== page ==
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Wild Asparagus Secrets
May 15, 2014
Across the state, little spires are poking through the grass in roadside ditches, creek beds and under giant cottonwoods. Tender and with a flavor unlike anything from the produce section of the grocery store, wild asparagus season is upon us.
My husband always jumps into the hunt with both feet every spring. If he isn’t planting crops until dusk (and sometimes even if he is), I can guarantee that at least one night each week his return home for supper will be significantly later than he has told me it would be. However, when he walks in the door with the most gorgeous bouquet of freshly cut wild asparagus, I forgive him.
Even in the unending (but much needed) rains of Mother’s Day weekend, my asparagus warrior couldn’t stay away from stalking the stalks. He presented me with two armfuls of delicious green stems of asparagus.
As I arranged one harvest on my cutting board for a quick photo, he was genuinely alarmed that I planned to share the glory of our bounty on the Facebook page for my blog, On My Plate. Just like a hunter doesn’t want to give away the location of a trophy whitetail, Hubs holds the whereabouts of his asparagus hunting grounds close to the vest. When someone questions him about the prize asparagus patches, he usually says, “west of Minneapolis.” If pressed further, he will concede that the area is more specifically “north of Springview, Nebraska and south of I-90.”
It isn’t that difficult to find your own wild asparagus hunting ground. The plants like damp, undisturbed soil. Ditches and fence lines are common spots. In the spring, look for the dried, yellowed remains of bushy, almost tumbleweed-like growths. These are the branchy stalks of asparagus that grew up and went to seed. At the base, new sprouts will be growing.
Hubs is insistent that no matter where you hunt (and especially if you stumble into his territory) that you cut your harvest properly. Never, NEVER, just snap the heads off the stems. This tragedy essentially ends the production of the plant. Always cut asparagus shoots as close to the ground as possible. When cut at (or just below) the ground, the root will continue to send up new stalks and provide a crop to enjoy all season long.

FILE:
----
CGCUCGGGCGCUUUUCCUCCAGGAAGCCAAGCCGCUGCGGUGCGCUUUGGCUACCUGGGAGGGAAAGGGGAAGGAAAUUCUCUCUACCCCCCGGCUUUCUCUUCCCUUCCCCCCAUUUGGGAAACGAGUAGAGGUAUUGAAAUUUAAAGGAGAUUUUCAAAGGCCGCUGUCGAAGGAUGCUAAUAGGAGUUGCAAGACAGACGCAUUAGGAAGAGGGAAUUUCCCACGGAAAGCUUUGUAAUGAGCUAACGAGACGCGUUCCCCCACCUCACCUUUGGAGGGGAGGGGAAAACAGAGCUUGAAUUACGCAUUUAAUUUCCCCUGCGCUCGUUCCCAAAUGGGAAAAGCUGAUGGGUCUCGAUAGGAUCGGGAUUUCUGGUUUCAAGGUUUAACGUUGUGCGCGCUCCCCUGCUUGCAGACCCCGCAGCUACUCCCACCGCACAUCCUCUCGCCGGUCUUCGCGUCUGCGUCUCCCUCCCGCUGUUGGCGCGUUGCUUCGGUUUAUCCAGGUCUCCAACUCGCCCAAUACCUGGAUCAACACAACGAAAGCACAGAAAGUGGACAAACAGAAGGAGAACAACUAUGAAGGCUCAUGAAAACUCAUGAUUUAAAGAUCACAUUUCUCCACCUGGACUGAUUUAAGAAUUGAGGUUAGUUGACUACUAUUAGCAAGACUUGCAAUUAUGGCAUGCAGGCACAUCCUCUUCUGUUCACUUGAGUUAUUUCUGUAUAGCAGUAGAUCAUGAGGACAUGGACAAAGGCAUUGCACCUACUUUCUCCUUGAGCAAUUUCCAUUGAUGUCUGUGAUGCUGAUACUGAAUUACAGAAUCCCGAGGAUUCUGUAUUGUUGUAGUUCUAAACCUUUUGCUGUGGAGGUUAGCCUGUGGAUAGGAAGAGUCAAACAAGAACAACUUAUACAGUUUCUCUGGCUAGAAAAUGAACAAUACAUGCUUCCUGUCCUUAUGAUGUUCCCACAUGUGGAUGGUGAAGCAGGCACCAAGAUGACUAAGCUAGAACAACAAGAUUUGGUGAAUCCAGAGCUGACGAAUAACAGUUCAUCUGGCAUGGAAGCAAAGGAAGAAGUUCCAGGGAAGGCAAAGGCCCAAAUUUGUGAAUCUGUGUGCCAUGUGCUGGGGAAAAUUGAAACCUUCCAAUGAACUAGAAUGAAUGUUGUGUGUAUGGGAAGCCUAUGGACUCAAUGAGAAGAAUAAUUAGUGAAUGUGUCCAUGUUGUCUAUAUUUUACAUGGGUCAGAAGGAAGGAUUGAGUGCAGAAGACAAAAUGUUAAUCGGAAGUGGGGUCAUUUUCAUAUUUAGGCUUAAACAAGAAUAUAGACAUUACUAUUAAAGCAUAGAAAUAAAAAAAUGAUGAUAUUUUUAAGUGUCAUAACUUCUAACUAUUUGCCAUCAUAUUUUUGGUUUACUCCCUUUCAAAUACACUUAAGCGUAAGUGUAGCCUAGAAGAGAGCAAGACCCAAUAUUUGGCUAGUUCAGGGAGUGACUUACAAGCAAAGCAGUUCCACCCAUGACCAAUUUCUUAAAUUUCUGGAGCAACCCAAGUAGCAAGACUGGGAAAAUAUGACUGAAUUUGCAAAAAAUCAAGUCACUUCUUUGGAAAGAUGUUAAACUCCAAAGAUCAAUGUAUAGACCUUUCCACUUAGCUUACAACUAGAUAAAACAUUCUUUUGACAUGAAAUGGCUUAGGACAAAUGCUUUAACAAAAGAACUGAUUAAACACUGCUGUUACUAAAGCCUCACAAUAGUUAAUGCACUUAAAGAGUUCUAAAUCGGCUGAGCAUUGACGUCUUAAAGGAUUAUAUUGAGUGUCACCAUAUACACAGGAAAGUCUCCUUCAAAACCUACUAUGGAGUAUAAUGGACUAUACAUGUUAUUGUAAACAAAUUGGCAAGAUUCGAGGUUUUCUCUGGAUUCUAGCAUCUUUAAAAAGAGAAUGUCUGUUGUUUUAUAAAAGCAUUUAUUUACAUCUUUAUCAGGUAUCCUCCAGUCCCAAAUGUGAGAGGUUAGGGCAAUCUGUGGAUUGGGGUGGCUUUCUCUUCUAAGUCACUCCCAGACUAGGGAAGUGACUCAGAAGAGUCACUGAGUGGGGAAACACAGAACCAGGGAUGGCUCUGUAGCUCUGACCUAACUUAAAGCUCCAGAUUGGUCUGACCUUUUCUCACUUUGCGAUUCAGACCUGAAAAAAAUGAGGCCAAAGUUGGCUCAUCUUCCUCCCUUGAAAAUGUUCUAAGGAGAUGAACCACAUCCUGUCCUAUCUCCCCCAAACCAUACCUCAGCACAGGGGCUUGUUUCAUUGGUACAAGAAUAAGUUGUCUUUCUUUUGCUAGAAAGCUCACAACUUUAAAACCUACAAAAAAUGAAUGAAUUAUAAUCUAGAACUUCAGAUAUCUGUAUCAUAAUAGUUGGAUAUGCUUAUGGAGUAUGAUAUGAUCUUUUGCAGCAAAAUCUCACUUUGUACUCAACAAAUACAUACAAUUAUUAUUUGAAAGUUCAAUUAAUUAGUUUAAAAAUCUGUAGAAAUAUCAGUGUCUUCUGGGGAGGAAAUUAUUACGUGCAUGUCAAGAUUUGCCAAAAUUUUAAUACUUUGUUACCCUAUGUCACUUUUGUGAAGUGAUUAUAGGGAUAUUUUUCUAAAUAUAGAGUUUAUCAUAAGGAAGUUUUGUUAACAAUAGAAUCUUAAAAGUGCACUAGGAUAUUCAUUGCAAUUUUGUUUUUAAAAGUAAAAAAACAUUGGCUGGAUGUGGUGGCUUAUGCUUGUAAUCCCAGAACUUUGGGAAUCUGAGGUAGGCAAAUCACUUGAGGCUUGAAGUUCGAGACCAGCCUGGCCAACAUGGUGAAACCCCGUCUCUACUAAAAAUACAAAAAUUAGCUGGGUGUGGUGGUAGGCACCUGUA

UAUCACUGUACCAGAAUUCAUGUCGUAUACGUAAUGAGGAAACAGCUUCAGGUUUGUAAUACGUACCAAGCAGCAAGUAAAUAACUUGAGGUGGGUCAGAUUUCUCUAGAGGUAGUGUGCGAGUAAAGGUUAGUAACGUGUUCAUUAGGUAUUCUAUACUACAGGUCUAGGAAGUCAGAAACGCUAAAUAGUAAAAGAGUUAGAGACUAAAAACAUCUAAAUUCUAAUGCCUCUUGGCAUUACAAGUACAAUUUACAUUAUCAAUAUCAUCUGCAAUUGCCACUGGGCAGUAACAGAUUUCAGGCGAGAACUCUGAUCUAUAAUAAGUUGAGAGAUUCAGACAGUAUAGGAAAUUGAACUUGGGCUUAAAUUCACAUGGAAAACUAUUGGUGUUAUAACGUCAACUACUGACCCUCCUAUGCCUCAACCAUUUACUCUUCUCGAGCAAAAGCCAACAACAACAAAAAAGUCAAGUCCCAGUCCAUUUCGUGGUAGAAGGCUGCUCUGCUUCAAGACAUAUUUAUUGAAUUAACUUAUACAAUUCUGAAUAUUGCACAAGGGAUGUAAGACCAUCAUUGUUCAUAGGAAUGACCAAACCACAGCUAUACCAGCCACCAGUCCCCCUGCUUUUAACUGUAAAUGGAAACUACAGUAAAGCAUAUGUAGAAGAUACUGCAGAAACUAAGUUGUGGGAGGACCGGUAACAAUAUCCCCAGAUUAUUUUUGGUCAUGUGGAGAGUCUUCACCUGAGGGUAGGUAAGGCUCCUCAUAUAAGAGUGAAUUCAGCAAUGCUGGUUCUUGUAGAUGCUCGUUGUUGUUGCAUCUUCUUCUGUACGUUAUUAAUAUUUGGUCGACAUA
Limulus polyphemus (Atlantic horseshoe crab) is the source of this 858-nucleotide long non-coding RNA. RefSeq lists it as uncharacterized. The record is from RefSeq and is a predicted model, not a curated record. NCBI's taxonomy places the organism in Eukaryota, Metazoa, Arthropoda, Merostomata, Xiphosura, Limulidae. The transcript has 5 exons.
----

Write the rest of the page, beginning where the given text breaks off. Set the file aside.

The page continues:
We love to simply steam asparagus and serve with a little butter, salt, pepper and maybe a squeeze of lemon. Roasting in a hot oven after tossing with olive oil, salt and pepper is another favorite quick dinner prep for us. However, the cooler weather of this early wild asparagus season is very fitting for soup. Asparagus Ravioli in Parmesan Broth is the unlikely combination of both light and filling. The asparagus and mascarpone-filled pasta pouches could easily be drenched with a creamy sauce for a traditional pasta meal, but the rich Parmesan broth is perfect for spring. The flavors are green and earthy — everything asparagus should be.
Fran Hill has been blogging about food at On My Plate since October of 2006. She, her husband and their two dogs ranch near Colome.
Asparagus Ravioli in Parmesan Broth
(adapted from Gourmet Magazine)
1 pound asparagus, trimmed
5 cups chicken stock
1 rind from a wedge of Parmesan cheese
1 bay leaf
1/2 cup grated Parmesan cheese
1/4 cup mascarpone cheese
1/4 cup fine dry bread crumbs
1 teaspoon grated lemon zest
1 package wonton wrappers
Cut off asparagus tips and set aside.
Bring stock, cheese rind and bay leaf to a simmer.
Add asparagus stems and cook uncovered until stems are tender.
Transfer stems to paper towels and cool slightly. Reserve broth.
Puree asparagus stems in a food processor with grated Parmesan, mascarpone, breadcrumbs, zest, and 1/2 teaspoon each of salt and pepper.
Arrange wonton wrappers on a work surface and place 1 tablespoon of the asparagus filling in the center of each.
Working with one at a time, moisten the edges with water and lay another wrapper on top; seal the edges, pressing out any air.
Repeat with the remaining wrappers and asparagus filling.
Bring a pasta pot of salted water to a boil, then reduce to a gentle boil.
Bring reserved broth to a simmer; add asparagus tips and simmer until tender.
Season broth with salt and pepper (to taste, if needed) and divide it and asparagus tips between 6 shallow bowls; discard cheese rind and bay leaf.
Add a few of the ravioli to gently boiling water, carefully stirring to separate. Cook until pasta is tender, 2-3 minutes.
Lift ravioli with a slotted spoon, draining well over the pot, and transfer to bowls with broth.
Repeat with remaining ravioli. (Serves 6)